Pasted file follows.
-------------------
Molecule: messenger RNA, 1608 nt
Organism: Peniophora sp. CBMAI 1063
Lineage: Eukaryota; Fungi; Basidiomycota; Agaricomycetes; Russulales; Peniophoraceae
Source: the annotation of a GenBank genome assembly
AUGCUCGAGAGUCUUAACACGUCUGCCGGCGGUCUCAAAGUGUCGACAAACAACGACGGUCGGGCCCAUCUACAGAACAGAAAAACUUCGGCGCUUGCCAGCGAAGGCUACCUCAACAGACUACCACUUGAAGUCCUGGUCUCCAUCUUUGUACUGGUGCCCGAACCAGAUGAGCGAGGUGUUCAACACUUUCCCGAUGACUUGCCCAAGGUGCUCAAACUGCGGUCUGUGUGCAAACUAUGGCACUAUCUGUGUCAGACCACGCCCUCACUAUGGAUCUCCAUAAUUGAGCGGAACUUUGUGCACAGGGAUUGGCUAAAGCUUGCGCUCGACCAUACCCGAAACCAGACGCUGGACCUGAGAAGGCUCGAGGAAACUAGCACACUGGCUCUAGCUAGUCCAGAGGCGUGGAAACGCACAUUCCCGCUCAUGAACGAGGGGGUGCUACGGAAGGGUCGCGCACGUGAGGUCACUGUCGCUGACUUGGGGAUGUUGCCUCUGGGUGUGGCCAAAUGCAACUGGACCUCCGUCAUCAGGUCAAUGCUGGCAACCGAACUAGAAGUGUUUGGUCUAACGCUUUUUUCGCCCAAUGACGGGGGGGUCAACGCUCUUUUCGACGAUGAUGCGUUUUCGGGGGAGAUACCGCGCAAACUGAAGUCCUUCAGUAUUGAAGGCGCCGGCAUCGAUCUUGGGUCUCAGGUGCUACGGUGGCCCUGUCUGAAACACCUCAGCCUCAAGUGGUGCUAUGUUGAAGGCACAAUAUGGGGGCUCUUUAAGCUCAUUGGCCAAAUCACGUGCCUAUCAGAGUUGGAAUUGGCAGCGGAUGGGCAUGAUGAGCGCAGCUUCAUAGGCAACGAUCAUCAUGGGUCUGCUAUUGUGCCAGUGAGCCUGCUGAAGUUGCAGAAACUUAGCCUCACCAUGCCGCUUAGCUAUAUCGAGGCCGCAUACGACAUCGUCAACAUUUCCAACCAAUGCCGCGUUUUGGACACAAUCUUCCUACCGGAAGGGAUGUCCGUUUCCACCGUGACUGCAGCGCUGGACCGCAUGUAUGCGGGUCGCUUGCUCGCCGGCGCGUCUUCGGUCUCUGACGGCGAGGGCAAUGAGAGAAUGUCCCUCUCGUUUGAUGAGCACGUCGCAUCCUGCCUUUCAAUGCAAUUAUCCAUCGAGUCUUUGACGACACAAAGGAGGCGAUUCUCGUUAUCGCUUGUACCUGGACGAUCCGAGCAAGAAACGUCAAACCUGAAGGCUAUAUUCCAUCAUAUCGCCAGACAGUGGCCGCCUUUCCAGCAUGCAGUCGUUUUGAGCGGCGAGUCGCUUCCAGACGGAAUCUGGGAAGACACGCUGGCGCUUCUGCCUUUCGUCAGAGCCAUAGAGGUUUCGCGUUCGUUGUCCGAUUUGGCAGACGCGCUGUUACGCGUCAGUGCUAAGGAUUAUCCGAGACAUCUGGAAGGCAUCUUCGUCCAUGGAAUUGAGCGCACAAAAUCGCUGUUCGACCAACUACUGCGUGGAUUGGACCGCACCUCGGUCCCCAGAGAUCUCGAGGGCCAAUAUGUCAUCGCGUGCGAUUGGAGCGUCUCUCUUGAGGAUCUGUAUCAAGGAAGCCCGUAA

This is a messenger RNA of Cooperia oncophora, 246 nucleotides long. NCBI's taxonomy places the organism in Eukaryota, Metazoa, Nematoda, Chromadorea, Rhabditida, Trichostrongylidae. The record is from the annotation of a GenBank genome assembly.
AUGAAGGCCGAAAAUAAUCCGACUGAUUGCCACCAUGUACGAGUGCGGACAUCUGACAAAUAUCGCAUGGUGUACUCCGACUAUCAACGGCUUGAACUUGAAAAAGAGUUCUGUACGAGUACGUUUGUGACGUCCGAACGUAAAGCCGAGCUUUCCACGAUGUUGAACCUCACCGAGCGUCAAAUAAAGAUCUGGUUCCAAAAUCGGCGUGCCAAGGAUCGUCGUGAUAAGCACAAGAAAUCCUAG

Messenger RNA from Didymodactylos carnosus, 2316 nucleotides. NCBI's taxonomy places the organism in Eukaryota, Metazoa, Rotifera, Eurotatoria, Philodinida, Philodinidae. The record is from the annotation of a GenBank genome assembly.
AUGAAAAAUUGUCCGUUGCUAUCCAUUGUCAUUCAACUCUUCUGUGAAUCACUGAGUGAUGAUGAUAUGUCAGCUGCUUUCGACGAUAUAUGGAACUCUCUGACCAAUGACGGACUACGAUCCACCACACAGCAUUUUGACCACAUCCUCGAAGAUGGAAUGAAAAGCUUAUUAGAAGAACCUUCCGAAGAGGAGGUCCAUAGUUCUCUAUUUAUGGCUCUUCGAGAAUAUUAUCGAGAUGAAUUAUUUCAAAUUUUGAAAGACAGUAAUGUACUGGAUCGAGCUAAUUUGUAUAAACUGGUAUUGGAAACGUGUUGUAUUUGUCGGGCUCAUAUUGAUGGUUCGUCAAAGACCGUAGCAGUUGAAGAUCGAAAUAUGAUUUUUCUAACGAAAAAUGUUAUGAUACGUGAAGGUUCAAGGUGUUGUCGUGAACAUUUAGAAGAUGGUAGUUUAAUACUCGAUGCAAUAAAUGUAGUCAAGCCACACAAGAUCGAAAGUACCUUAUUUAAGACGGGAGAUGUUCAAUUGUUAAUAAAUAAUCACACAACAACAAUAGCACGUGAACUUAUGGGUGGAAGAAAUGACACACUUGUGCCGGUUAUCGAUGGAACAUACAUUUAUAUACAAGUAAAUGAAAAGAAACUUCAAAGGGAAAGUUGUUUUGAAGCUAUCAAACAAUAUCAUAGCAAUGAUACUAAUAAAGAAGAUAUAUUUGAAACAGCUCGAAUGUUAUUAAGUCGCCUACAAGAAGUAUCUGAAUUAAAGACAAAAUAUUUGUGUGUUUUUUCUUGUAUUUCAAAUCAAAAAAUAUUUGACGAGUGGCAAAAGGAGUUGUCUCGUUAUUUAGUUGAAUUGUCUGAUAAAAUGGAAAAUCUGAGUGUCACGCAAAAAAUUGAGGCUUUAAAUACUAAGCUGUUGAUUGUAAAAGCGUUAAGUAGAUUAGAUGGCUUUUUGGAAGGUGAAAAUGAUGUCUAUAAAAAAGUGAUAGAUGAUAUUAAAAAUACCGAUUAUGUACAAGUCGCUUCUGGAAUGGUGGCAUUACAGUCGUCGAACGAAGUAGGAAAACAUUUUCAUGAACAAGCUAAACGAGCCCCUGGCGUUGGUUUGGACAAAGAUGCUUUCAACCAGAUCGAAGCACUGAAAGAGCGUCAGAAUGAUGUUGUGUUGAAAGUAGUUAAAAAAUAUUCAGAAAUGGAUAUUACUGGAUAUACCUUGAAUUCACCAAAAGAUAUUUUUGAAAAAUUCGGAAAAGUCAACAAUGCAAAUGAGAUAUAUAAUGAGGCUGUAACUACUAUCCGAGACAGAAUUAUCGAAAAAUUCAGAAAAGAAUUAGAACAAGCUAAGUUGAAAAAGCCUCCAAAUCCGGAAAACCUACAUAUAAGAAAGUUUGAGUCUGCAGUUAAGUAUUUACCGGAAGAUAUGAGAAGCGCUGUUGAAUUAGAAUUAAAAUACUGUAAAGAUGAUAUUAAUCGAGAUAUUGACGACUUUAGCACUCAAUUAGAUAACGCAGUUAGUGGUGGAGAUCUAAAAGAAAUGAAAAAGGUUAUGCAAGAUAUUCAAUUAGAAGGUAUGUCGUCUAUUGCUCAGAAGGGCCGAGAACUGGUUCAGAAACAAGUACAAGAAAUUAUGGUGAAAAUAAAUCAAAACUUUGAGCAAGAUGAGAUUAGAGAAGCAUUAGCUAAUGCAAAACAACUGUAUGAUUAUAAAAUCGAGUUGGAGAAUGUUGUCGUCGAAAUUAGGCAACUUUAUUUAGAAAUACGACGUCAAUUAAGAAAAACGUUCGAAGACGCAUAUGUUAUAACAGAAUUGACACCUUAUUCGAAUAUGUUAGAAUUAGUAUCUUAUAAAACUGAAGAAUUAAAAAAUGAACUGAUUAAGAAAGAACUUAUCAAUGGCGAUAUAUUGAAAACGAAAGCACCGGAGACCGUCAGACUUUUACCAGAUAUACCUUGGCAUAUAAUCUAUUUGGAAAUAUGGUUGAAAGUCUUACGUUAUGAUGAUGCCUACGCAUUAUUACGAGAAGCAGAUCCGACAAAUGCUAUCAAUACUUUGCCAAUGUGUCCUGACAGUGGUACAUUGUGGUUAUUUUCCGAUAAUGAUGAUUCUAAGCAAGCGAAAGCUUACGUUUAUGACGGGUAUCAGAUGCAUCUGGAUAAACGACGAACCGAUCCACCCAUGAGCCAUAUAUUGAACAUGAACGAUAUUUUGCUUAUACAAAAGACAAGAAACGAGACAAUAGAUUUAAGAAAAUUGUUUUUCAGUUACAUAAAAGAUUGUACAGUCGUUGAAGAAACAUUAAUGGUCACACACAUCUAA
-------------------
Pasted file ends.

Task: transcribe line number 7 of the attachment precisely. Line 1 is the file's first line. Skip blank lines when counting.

AUGAAGGCCGAAAAUAAUCCGACUGAUUGCCACCAUGUACGAGUGCGGACAUCUGACAAAUAUCGCAUGGUGUACUCCGACUAUCAACGGCUUGAACUUGAAAAAGAGUUCUGUACGAGUACGUUUGUGACGUCCGAACGUAAAGCCGAGCUUUCCACGAUGUUGAACCUCACCGAGCGUCAAAUAAAGAUCUGGUUCCAAAAUCGGCGUGCCAAGGAUCGUCGUGAUAAGCACAAGAAAUCCUAG